In SiC4GRID, AMTS will be responsible for the design and development of the Gate Drive and will build on existing, patented, “Adaptive Drive” technology to yield an integrated gate drive, suited to the SiC MOSFET module and application, with improved s/c protection. By doing so, AMTS will demonstrate that it is stable under all conditions and offers long term cost and size benefits to the customer.


Within SiC4Grid CSEM will be mainly involved in the development of high dielectric constant materials as replacement of conventional SiO2 based gate oxides. These new materials are expected to contribute to enable competitiveness of SiC- based power devices by improving their performance and reducing their costs. CSEM is equipped with the latest generation of deposition and characterisation tools thus ensuring high quality and low environmental impact SiC MOSFETs production during the project.


MGEP is the leader of the LCA of power electronics converters in applications, an analysis which will contribute to providing viable and sustainable commercialisation strategies for all the SiC4GRID project developments. Monitored by MGEP, circularity and life cycle environmental assessments will be performed to provide industries with the most environment-friendly ways to produce and upscale the SiC-based converters.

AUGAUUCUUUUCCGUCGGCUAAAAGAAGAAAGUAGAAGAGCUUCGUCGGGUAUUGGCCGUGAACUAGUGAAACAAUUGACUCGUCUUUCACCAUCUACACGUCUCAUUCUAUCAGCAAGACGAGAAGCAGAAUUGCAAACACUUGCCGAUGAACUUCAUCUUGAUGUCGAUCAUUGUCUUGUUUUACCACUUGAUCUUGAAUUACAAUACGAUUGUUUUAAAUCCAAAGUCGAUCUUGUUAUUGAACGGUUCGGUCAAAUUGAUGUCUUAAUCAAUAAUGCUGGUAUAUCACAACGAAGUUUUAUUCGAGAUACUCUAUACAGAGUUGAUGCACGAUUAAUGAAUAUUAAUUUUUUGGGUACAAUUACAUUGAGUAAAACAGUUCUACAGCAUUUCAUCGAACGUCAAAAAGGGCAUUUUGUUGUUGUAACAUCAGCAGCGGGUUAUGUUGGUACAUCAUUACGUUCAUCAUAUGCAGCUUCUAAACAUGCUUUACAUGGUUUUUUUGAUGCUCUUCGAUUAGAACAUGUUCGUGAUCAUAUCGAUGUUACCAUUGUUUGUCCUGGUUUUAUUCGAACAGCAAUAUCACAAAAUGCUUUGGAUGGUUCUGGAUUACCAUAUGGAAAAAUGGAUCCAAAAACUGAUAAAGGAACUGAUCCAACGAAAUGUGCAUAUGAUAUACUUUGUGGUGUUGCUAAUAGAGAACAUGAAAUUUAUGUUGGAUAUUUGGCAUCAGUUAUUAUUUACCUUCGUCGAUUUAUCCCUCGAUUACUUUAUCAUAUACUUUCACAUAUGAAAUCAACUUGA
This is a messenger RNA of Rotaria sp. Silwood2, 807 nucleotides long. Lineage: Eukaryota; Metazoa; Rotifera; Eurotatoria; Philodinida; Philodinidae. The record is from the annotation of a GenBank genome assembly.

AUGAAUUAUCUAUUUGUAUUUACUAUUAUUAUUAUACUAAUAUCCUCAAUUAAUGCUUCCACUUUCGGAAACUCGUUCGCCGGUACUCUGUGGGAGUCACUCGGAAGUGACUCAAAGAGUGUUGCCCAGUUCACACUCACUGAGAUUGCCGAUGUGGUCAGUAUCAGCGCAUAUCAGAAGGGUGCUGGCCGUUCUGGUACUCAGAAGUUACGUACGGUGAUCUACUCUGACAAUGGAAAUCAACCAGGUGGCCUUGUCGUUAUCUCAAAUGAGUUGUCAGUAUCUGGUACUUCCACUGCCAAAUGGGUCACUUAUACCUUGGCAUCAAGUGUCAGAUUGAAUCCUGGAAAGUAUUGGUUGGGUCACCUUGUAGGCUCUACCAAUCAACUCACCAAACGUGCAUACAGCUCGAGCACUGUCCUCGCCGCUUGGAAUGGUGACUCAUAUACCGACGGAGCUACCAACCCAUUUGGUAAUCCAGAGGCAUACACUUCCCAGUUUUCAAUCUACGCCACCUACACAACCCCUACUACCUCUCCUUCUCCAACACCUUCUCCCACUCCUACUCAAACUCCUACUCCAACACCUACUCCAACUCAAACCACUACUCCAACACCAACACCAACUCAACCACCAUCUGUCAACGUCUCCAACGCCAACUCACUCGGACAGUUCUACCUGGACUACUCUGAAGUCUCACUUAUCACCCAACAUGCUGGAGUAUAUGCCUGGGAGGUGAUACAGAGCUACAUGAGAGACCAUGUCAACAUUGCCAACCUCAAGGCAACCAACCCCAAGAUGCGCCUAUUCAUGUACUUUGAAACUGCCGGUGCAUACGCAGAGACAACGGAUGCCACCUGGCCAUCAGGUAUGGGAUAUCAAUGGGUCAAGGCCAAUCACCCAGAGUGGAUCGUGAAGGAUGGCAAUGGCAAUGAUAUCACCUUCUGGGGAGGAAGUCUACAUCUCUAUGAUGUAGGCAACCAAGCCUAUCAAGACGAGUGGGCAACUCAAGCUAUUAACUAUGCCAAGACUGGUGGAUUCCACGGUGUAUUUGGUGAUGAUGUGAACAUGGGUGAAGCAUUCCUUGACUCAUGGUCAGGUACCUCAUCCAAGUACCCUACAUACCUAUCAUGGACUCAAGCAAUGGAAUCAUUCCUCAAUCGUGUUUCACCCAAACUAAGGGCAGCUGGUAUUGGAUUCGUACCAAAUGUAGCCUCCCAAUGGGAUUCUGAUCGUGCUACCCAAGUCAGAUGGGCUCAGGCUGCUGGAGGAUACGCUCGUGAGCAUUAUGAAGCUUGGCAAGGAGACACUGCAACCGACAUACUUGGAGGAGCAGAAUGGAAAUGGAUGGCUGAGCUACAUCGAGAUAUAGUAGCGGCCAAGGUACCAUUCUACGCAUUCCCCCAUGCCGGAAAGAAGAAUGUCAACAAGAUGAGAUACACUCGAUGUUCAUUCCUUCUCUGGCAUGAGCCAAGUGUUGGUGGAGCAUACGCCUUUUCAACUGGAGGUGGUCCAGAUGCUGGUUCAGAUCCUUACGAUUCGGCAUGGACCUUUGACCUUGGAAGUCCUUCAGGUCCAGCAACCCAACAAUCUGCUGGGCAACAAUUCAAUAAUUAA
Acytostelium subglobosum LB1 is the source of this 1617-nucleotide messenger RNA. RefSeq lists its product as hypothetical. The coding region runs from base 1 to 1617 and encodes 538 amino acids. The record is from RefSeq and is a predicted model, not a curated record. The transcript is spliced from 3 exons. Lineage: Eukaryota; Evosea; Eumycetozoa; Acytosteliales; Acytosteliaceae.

Finalising the production of innovative PE modules, PWC will integrate all elements into a full scale SiC-based converter coupling the hardware to the software. Based on their MMC demonstrator, PWC will lead activities aimed at demonstrating the capabilities of SiC in a real-world scenario. The MMC test-bench will be updated with SiC power-modules which will enable to gain valuable real-world experience with the technology and how it compares to the performance of silicon based IGBT technology.


KKW involvement in SiC4Grid is predominantly related to the specification and testing of a SiC based MMC converter for medium voltage and will lead the physical real conditions testing in their facility. As the innovation manager, KKW will be responsible for establishing the processes to maximise exploitation of the results by all partners and identifying project innovations.